Rafflesia is a genus of parasitic flowering plants. It was discovered in the Indonesian rain forest by an Indonesian guide working for Dr. Joseph Arnold in 1818, and named after Sir Thomas Stamford Raffles, the leader of the expedition. It contains approximately 26 species (including four incompletely characterized species as recognized by Meijer 1997), all found in southeastern Asia, on the Malay Peninsula, Borneo, Sumatra and Kalimantan, West Malaysia, and the Philippines. The plant has no stems, leaves or true roots. It is an endoparasite of vines in the genus Tetrastigma (Vitaceae), spreading its root-like haustoriaflower. In some species, such as Rafflesia arnoldii, the flower may be over 100 cm in diameter, and weigh up to 10 kg. Even the smallest species, R. manillana, has 20 cm diameter flowers. The flowers look and smell like rotting meat, hence its local names which translate to "corpse flower" or "meat flower" (but see below). The vile smell that the flower gives off attracts insects such as carrion flies, which transport pollen from male to female flowers. Little is known about seed dispersal, however, tree shrews and other forest mammals apparently eat the fruits and disperse the seeds. Rafflesia is an official state flower of Sabah in Malaysia, as well as for the Surat Thani Province, Thailand. inside the tissue of the vine. The only part of the plant that can be seen outside the host vine is the five-petaled flower. In some species, such as Rafflesia arnoldii, the flower may be over 100 cm in diameter, and weigh up to 10 kg. Even the smallest species, R. manillana, has 20 cm diameter flowers. The flowers look and smell like rotting meat, hence its local names which translate to "corpse flower" or "meat flower" (but see below). The vile smell that the flower gives off attracts insects such as carrion flies, which transport pollen from male to female flowers. Little is known about seed dispersal, however, tree shrews and other forest mammals apparently eat the fruits and disperse the seeds. Rafflesia is an official state flower of Sabah in Malaysia, as well as for the Surat Thani Province, Thailand.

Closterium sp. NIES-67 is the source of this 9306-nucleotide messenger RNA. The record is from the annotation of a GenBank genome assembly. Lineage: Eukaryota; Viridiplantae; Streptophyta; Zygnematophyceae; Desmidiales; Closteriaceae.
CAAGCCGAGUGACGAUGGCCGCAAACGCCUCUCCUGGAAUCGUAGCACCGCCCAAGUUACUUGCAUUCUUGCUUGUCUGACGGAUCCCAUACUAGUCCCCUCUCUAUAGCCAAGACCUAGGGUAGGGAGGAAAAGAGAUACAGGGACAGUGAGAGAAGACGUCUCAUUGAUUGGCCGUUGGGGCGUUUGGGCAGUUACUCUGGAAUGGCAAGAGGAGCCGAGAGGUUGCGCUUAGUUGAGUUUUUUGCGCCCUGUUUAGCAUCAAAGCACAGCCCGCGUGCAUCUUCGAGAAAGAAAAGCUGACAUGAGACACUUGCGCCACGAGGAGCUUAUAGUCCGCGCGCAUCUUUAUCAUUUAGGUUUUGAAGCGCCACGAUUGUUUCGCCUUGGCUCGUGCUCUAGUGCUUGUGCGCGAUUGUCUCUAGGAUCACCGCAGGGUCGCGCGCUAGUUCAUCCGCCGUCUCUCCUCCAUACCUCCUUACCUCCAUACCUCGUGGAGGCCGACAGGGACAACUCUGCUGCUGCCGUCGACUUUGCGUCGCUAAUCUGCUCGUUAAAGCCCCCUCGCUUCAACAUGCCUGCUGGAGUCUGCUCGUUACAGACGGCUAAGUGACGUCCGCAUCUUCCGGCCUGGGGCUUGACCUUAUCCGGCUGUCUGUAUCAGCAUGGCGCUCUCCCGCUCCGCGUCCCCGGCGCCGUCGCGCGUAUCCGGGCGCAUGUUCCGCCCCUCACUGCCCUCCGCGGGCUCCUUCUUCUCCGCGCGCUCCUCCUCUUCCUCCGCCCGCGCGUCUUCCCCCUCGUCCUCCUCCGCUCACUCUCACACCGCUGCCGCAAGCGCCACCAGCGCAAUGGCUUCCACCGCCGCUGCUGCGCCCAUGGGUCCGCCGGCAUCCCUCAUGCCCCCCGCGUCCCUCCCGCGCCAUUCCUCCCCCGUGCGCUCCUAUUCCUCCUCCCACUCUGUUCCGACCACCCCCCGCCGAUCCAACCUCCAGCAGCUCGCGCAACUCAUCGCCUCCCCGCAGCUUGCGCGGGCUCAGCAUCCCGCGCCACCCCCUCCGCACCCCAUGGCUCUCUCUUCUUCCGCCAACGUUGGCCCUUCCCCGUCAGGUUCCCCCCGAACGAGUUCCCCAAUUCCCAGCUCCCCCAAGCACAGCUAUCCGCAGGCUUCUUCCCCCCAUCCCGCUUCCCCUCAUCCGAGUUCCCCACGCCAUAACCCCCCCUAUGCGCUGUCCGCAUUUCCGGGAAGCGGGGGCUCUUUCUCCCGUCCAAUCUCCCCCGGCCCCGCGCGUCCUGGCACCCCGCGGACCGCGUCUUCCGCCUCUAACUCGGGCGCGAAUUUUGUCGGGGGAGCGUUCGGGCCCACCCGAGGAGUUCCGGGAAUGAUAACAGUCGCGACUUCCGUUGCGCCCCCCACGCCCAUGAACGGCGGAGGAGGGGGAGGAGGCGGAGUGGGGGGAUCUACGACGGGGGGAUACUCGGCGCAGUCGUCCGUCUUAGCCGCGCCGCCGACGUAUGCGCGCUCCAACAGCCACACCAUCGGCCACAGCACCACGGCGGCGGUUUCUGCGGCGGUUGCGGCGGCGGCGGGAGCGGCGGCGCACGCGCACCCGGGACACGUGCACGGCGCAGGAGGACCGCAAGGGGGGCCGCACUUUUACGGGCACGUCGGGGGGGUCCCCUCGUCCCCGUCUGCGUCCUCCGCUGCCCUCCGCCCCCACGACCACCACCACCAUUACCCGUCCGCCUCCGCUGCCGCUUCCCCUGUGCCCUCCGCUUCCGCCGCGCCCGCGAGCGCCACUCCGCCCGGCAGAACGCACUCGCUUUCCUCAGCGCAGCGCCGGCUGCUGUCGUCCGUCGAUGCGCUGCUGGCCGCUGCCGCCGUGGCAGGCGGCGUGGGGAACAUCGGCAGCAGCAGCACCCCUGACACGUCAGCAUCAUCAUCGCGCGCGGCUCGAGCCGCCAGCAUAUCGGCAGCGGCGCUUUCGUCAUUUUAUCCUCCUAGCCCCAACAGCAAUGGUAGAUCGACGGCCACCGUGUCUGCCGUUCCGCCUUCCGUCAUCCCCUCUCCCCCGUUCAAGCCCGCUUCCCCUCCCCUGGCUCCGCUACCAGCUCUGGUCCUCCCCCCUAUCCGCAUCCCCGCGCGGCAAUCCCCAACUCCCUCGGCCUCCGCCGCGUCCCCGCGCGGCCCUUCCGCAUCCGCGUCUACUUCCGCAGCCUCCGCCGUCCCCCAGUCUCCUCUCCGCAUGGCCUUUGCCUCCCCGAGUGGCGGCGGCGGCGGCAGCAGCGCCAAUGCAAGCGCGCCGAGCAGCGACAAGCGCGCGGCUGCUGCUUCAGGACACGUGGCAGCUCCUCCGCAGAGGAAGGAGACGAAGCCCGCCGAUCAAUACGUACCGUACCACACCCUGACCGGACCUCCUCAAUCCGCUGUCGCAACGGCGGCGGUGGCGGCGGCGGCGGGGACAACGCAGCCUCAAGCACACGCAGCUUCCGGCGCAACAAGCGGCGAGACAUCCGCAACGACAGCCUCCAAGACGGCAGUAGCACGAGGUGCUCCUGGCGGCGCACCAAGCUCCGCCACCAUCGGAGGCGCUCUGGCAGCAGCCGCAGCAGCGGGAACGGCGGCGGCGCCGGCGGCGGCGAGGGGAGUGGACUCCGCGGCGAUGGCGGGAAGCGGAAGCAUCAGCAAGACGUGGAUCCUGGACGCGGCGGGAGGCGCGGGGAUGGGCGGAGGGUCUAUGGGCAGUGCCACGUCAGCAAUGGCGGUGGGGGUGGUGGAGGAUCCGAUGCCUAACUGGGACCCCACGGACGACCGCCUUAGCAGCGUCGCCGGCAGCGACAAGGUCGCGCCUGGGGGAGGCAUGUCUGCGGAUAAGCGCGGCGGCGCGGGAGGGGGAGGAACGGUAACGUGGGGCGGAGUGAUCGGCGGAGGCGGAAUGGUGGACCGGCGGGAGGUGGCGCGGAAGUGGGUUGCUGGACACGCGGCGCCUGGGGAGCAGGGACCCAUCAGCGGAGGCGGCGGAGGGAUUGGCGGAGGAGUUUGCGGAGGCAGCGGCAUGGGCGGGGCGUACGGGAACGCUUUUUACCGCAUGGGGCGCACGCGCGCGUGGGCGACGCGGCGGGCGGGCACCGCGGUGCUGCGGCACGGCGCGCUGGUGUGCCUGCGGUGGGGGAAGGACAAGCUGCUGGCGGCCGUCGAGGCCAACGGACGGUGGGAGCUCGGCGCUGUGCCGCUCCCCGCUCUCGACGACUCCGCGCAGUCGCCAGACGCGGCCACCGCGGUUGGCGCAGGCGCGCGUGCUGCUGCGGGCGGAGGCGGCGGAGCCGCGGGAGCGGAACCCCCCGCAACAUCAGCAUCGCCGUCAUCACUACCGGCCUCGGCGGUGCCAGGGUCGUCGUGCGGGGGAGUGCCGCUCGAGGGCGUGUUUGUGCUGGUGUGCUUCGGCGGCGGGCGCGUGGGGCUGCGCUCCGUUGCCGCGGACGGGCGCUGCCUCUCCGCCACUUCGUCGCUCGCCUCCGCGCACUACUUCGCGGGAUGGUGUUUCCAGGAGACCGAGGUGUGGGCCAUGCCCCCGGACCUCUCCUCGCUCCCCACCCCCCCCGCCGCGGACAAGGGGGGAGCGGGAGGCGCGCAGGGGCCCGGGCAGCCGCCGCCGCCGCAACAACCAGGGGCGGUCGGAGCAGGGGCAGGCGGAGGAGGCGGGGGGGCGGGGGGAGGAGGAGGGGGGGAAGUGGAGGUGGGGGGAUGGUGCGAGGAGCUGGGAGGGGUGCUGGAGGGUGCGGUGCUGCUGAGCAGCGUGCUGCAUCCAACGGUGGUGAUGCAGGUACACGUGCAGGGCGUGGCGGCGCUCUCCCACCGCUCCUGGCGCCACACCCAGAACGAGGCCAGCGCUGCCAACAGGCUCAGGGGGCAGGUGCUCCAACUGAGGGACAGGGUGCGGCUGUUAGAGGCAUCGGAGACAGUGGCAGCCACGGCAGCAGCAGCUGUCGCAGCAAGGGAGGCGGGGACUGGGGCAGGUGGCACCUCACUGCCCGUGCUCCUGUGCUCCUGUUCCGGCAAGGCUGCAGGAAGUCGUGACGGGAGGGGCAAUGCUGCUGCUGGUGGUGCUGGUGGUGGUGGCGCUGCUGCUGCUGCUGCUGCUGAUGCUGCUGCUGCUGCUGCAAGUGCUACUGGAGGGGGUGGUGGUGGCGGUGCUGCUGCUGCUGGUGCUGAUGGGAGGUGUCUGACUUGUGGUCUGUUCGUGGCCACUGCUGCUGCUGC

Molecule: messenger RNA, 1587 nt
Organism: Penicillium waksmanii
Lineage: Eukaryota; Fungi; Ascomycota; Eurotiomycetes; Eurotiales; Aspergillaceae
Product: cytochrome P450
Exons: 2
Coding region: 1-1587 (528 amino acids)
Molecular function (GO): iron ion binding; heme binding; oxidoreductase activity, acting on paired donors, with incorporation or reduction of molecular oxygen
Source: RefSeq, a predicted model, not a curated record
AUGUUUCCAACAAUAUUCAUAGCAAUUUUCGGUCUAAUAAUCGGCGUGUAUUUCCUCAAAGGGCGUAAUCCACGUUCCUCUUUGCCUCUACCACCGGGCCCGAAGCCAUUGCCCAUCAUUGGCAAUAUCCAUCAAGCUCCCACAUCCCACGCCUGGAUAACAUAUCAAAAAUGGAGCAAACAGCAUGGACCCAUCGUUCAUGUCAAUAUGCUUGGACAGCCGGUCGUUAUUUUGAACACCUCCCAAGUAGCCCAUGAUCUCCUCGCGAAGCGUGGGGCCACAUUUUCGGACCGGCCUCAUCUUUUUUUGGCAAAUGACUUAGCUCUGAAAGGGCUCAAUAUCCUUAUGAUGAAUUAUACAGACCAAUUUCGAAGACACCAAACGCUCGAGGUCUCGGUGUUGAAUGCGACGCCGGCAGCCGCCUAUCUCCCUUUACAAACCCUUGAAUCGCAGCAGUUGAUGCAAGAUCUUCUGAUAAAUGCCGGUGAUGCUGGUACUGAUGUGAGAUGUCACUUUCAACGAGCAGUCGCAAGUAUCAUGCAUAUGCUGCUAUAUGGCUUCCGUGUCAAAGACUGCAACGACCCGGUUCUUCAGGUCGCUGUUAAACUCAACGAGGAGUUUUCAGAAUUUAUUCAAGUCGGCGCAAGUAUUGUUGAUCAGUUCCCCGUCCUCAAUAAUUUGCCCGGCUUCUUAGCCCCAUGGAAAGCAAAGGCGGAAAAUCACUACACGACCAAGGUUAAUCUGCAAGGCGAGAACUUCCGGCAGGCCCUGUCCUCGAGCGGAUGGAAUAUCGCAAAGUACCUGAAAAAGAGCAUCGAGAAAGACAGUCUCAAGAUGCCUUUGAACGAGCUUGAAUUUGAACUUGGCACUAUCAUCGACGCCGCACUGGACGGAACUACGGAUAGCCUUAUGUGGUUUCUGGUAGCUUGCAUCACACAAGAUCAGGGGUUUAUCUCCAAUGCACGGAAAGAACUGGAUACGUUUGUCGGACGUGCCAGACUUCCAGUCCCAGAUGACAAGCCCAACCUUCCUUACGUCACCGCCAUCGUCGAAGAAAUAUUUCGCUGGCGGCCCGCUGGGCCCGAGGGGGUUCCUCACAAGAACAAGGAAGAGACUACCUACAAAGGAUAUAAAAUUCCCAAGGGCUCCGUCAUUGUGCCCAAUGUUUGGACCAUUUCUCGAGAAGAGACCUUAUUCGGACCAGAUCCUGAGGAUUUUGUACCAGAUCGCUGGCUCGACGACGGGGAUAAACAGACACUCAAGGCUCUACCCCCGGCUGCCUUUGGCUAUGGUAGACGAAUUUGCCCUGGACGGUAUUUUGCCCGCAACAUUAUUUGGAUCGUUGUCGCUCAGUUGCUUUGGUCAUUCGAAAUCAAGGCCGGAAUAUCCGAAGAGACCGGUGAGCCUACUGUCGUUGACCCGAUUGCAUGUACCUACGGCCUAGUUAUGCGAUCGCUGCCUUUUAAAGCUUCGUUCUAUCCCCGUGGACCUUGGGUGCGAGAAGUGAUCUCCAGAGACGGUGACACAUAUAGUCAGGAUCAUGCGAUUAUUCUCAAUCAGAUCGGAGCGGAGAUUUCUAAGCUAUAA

The name "corpse flower" applied to Rafflesia is confusing because this common name also refers to the Titan Arum (Amorphophallus titanum) of the family Araceae. Moreover, because Amorphophallus has the world's largest unbranched inflorescence, it is sometimes mistakenly credited as having the world's largest flower. Both Rafflesia and Amorphophallus are flowering plants, but they are still distantly related. Rafflesia arnoldii has the largest single flower of any flowering plant, at least when one judges this by weight. Amorphophallus titanum has the largest unbranched inflorescence, while the Talipot palm (Corypha umbraculifera) forms the largest branched inflorescence, containing thousands of flowers; this plant is monocarpic, meaning that individuals die after flowering.
Since 2002 there has been a tremendous amount of activity by Filipino scientists who have discovered and named several new species of Rafflesia. Before this time there were two species known: R. manillana and R. schadenbergiana, the latter of which was last seen in 1882 on Mt. Apo in Davao Province on Mindanao Island, but was thought to be extinct.
When confronted with this question from someone who I was romantically linked with a decade ago as remnant red hues of Valentine’s faded yesterday, I was tempted to say “nothing much.” But that would have been lying. So I answered, “there’s always something new and changing about me, but there’s also a little girl inside that’s constant…” and when he sighed in relief because it was the little girl he fell in love with in the first place, I smiled.
The conversation did not mean that I ended up with someone overnight, for I believe we are in love with different people now, but it is a nice reminder that in my core, there’s an unchanging little girl, and no matter how much I try new things or struggle to “improve” as an adult, musically, mentally, or emotionally, the innocent little girl is capable of being loved without all the perks of being a “woman”.
After all, isn’t it the heart and faith of a little child that God looks for in us?